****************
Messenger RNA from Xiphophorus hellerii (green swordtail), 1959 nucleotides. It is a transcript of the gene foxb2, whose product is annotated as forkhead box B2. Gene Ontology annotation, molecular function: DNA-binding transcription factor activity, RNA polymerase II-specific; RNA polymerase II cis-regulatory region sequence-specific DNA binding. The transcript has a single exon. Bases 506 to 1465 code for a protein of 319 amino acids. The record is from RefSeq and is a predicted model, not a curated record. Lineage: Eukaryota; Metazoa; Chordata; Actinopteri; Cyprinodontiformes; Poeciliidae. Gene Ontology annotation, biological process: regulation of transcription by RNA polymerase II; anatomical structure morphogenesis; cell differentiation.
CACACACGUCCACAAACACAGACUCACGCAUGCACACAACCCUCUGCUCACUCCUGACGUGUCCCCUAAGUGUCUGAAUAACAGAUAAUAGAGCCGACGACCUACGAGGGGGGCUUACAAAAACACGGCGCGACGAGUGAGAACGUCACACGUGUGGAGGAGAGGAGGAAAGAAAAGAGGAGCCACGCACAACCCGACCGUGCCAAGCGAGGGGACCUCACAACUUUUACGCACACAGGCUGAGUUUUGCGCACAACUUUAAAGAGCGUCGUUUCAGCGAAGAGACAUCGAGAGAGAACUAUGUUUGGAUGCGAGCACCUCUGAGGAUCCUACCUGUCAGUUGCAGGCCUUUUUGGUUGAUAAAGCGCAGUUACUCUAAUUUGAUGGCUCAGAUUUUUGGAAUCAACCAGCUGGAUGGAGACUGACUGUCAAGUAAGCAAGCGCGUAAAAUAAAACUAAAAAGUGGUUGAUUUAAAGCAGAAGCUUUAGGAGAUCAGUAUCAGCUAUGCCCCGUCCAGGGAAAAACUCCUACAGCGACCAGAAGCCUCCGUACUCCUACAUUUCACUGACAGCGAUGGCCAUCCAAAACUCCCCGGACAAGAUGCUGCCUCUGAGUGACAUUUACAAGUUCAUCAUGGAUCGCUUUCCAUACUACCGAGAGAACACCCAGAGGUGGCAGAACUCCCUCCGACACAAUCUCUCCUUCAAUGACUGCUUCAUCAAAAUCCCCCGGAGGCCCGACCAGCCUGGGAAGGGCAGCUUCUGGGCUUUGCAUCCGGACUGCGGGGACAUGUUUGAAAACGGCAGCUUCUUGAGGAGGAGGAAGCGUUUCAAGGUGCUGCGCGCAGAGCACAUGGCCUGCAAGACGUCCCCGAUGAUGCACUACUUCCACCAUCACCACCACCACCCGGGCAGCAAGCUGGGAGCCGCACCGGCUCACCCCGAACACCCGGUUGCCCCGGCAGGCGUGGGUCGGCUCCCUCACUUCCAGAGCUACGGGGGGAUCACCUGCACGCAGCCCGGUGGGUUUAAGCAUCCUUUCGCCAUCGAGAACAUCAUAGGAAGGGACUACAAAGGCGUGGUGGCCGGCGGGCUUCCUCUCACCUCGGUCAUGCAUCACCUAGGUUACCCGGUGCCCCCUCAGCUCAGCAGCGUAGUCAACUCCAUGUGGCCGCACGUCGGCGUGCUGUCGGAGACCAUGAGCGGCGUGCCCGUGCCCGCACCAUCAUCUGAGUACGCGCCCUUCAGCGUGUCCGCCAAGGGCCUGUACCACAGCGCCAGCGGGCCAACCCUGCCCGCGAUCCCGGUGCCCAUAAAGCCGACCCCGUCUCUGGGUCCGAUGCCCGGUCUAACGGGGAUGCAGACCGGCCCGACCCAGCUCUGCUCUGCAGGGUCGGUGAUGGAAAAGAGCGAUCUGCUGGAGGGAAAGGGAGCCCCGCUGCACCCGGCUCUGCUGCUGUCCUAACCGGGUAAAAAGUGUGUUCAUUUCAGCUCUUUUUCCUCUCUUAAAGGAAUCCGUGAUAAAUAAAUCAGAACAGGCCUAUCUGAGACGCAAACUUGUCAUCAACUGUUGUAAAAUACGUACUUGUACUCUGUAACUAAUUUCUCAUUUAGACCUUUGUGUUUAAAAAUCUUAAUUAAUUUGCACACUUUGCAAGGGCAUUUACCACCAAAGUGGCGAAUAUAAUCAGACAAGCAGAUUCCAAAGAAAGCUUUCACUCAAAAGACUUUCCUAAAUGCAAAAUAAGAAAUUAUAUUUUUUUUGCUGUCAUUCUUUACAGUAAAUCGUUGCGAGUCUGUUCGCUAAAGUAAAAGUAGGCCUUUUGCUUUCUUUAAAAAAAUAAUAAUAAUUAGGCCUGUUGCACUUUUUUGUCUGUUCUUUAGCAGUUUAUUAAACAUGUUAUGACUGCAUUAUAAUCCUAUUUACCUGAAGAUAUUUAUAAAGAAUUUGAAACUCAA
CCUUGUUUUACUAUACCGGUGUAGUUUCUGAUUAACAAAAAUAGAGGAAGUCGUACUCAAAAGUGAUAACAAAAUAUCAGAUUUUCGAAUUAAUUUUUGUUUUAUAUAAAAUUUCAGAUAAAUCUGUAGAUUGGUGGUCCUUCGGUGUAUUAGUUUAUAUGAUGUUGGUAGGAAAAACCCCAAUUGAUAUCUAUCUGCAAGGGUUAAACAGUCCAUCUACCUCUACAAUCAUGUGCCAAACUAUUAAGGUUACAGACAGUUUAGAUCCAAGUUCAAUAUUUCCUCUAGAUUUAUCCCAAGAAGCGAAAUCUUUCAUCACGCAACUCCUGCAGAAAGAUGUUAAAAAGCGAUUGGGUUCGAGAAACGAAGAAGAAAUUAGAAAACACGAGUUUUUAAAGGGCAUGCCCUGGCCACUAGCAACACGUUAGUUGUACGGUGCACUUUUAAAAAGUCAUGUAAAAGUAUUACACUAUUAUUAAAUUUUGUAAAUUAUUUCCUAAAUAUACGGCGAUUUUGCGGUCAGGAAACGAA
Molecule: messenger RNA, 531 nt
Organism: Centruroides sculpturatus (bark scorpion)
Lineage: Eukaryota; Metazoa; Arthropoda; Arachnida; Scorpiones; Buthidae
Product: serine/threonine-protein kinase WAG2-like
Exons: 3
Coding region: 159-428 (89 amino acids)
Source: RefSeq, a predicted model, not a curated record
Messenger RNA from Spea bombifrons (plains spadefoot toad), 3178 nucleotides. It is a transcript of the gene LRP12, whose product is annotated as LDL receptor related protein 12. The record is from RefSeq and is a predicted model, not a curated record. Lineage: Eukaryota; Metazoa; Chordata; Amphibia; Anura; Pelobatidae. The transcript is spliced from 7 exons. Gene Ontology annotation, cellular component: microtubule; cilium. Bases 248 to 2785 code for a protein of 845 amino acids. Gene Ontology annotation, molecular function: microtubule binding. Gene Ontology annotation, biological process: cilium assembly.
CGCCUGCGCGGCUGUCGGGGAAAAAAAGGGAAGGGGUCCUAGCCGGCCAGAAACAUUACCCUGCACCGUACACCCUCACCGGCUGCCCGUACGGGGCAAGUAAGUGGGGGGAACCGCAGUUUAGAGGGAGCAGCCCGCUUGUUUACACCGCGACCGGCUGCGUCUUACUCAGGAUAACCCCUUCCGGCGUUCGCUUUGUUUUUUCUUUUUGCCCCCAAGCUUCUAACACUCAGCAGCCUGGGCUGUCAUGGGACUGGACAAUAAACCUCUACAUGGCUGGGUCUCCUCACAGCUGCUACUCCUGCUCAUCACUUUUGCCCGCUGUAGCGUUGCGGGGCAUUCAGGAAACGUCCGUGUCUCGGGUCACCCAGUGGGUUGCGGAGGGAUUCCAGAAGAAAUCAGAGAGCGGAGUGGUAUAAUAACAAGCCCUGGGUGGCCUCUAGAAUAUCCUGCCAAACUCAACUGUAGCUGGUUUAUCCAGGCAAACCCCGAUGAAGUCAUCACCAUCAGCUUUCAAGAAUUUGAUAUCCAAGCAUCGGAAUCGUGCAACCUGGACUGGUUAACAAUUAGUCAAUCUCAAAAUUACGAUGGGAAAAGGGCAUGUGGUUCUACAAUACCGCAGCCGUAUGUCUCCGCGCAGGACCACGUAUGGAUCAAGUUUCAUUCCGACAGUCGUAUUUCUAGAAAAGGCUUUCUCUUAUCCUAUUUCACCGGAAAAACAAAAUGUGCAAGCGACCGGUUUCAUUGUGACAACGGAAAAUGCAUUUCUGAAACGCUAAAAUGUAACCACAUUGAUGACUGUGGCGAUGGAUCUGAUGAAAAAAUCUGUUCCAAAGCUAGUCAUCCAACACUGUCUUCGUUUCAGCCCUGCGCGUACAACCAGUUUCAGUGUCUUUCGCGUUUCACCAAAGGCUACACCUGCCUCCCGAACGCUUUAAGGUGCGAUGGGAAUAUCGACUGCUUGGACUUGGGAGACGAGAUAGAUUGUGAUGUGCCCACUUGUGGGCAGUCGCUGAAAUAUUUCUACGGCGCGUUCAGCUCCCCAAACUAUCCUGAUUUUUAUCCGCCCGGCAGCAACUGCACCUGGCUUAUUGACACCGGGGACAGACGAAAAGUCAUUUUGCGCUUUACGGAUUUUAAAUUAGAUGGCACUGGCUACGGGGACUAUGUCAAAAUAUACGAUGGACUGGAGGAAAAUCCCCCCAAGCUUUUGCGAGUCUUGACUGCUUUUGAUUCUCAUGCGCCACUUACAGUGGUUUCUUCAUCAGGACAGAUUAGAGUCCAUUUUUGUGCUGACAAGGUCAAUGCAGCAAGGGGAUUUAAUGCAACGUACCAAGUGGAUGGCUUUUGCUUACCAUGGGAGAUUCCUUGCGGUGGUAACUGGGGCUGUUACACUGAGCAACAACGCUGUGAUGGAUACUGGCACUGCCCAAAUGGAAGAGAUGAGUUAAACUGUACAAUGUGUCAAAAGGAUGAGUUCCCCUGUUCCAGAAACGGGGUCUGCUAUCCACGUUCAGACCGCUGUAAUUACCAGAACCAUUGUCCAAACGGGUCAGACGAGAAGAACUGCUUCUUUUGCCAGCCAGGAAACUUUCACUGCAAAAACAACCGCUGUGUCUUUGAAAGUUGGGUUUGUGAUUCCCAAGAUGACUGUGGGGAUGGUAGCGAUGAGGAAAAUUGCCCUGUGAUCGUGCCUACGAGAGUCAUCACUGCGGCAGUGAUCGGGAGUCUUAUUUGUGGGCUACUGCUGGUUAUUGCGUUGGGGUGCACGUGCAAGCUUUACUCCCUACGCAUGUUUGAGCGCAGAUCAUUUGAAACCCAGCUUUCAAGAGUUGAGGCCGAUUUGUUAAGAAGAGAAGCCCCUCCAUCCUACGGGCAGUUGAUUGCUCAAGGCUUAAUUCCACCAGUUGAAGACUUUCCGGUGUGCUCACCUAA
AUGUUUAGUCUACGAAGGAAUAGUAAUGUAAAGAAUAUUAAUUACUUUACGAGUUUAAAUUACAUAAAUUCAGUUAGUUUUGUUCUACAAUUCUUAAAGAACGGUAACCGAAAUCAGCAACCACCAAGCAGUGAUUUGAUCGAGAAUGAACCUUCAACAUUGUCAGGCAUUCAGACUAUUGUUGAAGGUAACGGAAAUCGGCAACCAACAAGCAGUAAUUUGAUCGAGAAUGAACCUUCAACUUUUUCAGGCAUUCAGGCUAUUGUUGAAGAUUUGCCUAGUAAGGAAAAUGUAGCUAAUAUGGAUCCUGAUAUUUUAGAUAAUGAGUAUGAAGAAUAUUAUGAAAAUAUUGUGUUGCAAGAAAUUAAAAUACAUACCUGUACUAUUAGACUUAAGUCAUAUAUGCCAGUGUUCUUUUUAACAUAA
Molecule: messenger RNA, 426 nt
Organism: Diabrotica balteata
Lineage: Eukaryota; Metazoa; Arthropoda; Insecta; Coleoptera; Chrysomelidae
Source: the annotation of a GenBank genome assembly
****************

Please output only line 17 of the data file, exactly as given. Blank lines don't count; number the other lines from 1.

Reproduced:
Source: the annotation of a GenBank genome assembly